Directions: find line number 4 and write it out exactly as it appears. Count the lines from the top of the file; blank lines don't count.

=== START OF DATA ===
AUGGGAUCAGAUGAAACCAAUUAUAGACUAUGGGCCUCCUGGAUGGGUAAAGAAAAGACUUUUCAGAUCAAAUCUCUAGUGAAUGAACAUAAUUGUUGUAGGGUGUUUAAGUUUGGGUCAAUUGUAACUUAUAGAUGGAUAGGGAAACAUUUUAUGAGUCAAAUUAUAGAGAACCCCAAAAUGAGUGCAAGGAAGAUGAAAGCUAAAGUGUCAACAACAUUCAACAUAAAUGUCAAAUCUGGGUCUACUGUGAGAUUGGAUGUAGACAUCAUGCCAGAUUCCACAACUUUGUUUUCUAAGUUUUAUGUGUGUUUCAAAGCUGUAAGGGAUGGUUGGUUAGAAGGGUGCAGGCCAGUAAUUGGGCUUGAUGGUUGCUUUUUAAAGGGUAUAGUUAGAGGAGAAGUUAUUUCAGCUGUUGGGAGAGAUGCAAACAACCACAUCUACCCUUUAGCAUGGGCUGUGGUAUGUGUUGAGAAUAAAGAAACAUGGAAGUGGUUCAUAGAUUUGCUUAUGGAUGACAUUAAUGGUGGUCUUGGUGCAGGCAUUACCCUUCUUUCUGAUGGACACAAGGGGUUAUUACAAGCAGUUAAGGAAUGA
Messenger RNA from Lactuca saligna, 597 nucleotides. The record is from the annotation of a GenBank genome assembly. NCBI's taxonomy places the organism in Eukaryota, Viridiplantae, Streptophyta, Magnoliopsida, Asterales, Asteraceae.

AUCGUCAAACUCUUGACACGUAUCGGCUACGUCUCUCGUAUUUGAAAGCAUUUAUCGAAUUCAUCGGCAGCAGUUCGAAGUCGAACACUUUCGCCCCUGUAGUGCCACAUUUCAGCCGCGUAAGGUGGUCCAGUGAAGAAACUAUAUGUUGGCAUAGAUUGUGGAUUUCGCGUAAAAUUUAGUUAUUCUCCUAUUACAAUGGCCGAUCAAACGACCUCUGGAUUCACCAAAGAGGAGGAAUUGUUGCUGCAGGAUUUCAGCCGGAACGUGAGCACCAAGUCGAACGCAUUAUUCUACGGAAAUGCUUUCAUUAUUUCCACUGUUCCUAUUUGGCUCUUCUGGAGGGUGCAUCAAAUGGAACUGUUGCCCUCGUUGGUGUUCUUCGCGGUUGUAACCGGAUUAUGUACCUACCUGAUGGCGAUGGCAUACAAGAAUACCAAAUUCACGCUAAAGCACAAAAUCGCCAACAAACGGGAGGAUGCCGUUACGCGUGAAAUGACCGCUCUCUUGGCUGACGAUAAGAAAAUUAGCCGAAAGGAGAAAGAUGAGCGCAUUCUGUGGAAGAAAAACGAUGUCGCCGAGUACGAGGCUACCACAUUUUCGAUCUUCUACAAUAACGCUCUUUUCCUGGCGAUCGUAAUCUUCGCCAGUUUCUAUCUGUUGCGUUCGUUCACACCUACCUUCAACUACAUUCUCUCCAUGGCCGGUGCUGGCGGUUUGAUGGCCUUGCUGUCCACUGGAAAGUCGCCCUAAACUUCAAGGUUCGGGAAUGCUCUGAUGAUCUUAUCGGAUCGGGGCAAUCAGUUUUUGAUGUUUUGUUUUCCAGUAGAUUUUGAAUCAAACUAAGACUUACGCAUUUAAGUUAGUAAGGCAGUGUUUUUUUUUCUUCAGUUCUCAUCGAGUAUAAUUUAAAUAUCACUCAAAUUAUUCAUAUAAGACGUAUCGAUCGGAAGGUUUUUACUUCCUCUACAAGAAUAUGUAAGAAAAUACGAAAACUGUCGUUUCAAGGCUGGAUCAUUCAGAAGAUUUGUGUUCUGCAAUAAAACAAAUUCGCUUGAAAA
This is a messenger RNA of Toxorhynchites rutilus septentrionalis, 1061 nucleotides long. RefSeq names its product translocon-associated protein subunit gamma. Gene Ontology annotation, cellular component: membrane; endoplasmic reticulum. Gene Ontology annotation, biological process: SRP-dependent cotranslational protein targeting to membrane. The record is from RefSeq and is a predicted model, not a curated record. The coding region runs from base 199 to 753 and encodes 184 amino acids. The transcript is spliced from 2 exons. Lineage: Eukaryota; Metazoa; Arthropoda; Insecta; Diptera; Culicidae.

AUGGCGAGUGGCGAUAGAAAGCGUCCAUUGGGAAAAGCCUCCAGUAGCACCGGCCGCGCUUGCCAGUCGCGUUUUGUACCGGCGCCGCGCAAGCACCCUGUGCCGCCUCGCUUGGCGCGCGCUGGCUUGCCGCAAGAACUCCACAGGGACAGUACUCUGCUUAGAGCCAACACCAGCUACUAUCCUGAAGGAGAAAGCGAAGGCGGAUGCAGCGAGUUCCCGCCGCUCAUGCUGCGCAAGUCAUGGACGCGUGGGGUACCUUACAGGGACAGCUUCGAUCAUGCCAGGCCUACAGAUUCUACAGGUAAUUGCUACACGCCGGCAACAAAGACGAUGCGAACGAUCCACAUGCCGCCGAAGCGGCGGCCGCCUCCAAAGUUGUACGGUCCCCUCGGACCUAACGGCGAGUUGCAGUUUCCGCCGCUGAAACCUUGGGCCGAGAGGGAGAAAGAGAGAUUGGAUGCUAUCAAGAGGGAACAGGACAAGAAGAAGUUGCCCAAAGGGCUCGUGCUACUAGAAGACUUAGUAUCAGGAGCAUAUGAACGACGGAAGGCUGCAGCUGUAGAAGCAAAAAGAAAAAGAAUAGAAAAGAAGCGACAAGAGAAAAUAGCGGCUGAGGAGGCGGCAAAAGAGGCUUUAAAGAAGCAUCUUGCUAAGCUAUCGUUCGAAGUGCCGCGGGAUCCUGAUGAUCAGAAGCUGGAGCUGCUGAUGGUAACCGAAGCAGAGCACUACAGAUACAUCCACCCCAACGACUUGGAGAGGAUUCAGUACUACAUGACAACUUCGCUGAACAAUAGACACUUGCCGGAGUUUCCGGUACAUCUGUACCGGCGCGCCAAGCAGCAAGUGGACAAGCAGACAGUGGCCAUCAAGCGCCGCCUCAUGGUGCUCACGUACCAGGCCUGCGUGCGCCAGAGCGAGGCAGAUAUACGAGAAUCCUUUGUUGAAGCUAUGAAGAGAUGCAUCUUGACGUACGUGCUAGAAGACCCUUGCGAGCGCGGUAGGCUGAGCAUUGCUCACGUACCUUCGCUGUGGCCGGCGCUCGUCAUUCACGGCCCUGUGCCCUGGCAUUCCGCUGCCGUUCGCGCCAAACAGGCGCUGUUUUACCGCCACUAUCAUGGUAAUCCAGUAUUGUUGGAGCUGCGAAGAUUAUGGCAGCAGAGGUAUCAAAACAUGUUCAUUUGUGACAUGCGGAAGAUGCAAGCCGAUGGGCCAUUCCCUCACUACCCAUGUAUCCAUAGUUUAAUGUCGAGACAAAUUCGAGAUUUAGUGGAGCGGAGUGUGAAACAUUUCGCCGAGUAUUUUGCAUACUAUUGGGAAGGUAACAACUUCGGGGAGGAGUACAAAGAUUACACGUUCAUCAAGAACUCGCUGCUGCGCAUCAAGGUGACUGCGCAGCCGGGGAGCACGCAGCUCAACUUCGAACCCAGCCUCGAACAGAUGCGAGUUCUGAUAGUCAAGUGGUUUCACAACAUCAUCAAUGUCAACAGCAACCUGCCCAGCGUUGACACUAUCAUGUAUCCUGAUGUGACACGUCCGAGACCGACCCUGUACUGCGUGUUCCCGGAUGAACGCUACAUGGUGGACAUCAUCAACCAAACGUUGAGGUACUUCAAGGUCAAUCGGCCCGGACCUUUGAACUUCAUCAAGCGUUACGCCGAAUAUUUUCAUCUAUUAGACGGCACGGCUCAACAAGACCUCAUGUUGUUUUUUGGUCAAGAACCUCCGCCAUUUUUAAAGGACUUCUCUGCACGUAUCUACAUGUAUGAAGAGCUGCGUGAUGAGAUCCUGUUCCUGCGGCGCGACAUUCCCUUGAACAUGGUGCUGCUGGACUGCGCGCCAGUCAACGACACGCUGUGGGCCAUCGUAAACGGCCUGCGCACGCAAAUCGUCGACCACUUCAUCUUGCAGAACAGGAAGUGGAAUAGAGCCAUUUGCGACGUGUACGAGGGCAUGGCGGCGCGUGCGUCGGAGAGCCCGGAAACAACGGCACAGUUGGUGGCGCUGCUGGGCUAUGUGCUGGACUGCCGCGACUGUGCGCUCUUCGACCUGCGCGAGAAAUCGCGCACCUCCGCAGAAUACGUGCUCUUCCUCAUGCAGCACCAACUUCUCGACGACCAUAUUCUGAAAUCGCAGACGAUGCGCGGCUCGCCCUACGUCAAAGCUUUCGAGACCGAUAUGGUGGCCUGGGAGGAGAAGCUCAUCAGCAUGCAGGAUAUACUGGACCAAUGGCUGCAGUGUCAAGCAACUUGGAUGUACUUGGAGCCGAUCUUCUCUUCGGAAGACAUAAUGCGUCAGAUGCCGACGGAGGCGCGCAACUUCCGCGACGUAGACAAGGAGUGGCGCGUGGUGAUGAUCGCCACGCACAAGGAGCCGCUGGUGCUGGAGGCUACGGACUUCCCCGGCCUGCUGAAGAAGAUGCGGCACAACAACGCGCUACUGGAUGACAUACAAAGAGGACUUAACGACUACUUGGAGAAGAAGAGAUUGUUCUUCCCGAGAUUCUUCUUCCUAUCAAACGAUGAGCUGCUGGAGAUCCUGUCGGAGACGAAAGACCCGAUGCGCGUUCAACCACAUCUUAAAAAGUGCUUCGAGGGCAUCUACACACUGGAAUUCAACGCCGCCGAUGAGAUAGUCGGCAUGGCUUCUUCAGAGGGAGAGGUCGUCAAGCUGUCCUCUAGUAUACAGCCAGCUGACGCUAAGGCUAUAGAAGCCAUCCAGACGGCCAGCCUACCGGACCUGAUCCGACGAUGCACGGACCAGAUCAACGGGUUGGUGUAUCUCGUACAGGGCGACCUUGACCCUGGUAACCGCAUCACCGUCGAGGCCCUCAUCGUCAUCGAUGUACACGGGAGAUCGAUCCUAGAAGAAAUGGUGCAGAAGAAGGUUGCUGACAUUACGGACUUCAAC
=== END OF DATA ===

This is a messenger RNA of Toxorhynchites rutilus septentrionalis, 1061 nucleotides long. RefSeq names its product translocon-associated protein subunit gamma. Gene Ontology annotation, cellular component: membrane; endoplasmic reticulum. Gene Ontology annotation, biological process: SRP-dependent cotranslational protein targeting to membrane. The record is from RefSeq and is a predicted model, not a curated record. The coding region runs from base 199 to 753 and encodes 184 amino acids. The transcript is spliced from 2 exons. Lineage: Eukaryota; Metazoa; Arthropoda; Insecta; Diptera; Culicidae.